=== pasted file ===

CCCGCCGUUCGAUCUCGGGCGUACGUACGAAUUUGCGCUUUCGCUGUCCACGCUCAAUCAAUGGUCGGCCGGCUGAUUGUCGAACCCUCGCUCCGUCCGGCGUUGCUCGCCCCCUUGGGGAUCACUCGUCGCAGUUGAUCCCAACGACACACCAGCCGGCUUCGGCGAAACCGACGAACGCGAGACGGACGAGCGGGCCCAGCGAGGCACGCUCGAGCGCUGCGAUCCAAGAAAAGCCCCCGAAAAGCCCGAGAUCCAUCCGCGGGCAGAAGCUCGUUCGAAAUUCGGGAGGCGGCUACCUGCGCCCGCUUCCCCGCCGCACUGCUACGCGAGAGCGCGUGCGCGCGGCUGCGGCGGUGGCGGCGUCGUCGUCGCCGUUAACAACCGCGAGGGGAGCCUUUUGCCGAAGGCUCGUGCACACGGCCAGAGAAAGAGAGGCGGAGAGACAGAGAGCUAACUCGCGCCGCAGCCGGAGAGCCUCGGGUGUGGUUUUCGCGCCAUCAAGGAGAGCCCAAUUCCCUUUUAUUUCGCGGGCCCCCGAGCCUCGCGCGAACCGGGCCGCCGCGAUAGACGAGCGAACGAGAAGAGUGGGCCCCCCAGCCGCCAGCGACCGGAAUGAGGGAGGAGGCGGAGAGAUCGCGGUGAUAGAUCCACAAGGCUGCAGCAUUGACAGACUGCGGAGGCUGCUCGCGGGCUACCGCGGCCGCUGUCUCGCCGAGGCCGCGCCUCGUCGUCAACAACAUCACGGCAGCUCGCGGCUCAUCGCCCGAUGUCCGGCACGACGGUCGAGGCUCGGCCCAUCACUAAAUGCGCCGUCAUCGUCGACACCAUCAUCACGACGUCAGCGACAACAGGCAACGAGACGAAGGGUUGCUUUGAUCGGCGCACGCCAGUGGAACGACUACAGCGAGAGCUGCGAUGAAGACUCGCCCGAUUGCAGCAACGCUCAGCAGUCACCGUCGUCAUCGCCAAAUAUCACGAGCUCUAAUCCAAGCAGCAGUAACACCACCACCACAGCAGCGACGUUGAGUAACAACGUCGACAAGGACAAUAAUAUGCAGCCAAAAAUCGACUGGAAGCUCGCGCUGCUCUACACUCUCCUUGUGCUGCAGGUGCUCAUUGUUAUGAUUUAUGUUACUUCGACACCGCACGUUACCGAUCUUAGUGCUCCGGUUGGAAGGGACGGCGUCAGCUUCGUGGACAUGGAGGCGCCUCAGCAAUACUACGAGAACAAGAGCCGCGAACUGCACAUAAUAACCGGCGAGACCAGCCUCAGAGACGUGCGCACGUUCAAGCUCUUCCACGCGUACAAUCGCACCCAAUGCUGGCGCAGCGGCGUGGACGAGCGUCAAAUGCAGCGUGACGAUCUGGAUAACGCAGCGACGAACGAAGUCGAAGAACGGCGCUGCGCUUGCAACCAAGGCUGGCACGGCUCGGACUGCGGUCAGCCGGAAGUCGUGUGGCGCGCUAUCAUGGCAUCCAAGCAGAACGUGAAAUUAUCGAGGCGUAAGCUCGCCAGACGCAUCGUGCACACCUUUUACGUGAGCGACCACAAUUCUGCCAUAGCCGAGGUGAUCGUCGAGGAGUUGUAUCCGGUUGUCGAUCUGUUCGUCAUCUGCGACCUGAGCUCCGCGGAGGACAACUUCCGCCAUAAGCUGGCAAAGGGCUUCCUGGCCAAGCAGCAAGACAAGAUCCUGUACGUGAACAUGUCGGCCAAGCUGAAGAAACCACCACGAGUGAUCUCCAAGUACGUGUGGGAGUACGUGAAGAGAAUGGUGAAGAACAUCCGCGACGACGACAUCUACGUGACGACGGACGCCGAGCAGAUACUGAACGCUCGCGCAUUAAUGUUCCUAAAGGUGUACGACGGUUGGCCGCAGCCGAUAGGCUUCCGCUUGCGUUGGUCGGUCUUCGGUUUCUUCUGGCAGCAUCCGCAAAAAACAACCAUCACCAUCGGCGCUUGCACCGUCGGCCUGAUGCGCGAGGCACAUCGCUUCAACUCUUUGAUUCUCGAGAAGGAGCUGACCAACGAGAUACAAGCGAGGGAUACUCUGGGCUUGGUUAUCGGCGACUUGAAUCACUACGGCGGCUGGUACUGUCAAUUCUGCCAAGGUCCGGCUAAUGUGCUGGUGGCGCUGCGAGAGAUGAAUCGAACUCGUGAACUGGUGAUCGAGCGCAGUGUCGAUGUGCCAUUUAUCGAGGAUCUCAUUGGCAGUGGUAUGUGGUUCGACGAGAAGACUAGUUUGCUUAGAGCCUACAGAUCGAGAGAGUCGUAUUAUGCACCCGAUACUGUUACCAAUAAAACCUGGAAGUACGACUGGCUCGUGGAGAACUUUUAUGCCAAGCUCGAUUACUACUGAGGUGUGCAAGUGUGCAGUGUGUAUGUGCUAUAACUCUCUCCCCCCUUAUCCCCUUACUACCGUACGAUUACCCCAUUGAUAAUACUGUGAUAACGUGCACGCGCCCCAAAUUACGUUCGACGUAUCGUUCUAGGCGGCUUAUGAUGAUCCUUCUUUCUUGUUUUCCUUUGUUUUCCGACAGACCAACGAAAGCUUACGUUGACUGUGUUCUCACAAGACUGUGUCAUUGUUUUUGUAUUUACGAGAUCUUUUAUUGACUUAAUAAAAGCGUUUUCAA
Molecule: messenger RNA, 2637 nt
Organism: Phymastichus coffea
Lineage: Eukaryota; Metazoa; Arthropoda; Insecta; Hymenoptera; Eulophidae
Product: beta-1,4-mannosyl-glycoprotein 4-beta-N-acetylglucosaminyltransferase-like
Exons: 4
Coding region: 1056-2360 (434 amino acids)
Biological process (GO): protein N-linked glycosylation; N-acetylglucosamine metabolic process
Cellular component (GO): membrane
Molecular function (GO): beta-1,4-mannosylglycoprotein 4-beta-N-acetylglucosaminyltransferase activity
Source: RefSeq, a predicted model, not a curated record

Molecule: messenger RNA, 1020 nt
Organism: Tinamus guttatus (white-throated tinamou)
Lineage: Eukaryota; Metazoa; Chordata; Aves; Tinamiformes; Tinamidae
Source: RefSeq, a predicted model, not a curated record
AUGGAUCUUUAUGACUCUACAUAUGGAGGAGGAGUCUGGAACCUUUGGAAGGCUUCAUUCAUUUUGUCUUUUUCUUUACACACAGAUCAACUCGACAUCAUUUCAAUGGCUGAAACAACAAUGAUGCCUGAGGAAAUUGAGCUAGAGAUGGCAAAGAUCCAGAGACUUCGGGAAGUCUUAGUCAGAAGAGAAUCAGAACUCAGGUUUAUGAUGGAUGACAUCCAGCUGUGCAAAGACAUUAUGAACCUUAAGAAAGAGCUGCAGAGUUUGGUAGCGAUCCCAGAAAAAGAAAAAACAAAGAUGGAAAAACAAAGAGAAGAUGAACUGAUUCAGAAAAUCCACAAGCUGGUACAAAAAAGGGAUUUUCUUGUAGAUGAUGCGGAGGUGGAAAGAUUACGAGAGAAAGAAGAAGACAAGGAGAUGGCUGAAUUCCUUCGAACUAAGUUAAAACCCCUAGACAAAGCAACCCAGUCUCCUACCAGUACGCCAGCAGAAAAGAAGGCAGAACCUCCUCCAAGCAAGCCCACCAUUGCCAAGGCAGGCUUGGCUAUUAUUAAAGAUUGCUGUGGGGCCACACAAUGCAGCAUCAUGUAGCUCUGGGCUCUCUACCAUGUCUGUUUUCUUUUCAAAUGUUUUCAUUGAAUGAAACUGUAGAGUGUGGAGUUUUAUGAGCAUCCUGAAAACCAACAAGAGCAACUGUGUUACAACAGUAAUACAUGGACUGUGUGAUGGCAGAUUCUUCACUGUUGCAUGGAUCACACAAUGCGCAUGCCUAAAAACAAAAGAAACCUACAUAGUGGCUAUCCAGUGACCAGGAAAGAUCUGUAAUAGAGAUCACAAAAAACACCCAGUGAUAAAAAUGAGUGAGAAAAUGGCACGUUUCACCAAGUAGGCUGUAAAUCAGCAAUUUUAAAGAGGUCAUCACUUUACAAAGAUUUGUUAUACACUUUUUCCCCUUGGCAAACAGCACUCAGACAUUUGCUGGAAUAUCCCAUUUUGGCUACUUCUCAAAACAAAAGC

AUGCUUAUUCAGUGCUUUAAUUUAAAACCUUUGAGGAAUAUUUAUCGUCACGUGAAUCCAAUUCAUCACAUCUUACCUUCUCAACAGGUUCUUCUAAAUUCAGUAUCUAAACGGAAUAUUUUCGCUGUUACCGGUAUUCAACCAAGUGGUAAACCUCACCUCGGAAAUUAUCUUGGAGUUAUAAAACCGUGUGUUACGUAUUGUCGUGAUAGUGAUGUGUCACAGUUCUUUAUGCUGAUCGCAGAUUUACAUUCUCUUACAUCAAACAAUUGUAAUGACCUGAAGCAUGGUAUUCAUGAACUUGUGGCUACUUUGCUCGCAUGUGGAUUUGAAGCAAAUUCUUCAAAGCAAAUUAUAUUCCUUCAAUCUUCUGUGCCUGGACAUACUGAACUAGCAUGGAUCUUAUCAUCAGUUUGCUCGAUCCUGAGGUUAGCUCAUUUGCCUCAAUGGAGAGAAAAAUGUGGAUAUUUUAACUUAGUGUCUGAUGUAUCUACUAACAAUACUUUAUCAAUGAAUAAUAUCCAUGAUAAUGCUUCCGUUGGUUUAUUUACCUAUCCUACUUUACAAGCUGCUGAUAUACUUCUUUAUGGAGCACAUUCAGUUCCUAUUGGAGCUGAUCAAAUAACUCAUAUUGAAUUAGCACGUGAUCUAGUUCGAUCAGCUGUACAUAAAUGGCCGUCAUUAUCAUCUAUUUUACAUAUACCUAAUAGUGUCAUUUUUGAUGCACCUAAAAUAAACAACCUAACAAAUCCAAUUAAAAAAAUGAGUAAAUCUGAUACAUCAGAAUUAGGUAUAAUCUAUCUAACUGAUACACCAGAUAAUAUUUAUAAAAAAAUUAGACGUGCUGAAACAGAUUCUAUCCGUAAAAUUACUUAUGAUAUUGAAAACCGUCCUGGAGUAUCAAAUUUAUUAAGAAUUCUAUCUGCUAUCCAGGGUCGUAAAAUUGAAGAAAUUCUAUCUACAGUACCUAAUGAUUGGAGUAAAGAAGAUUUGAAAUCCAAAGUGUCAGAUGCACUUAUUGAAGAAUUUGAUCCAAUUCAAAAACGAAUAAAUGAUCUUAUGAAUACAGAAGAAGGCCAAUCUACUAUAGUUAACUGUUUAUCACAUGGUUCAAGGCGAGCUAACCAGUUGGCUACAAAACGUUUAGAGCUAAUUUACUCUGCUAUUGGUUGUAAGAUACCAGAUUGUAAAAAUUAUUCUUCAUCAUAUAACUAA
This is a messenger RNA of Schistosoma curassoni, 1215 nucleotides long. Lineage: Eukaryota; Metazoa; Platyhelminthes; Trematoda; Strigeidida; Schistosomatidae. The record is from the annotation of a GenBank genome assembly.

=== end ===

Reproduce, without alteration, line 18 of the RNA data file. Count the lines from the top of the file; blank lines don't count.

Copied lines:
This is a messenger RNA of Schistosoma curassoni, 1215 nucleotides long. Lineage: Eukaryota; Metazoa; Platyhelminthes; Trematoda; Strigeidida; Schistosomatidae. The record is from the annotation of a GenBank genome assembly.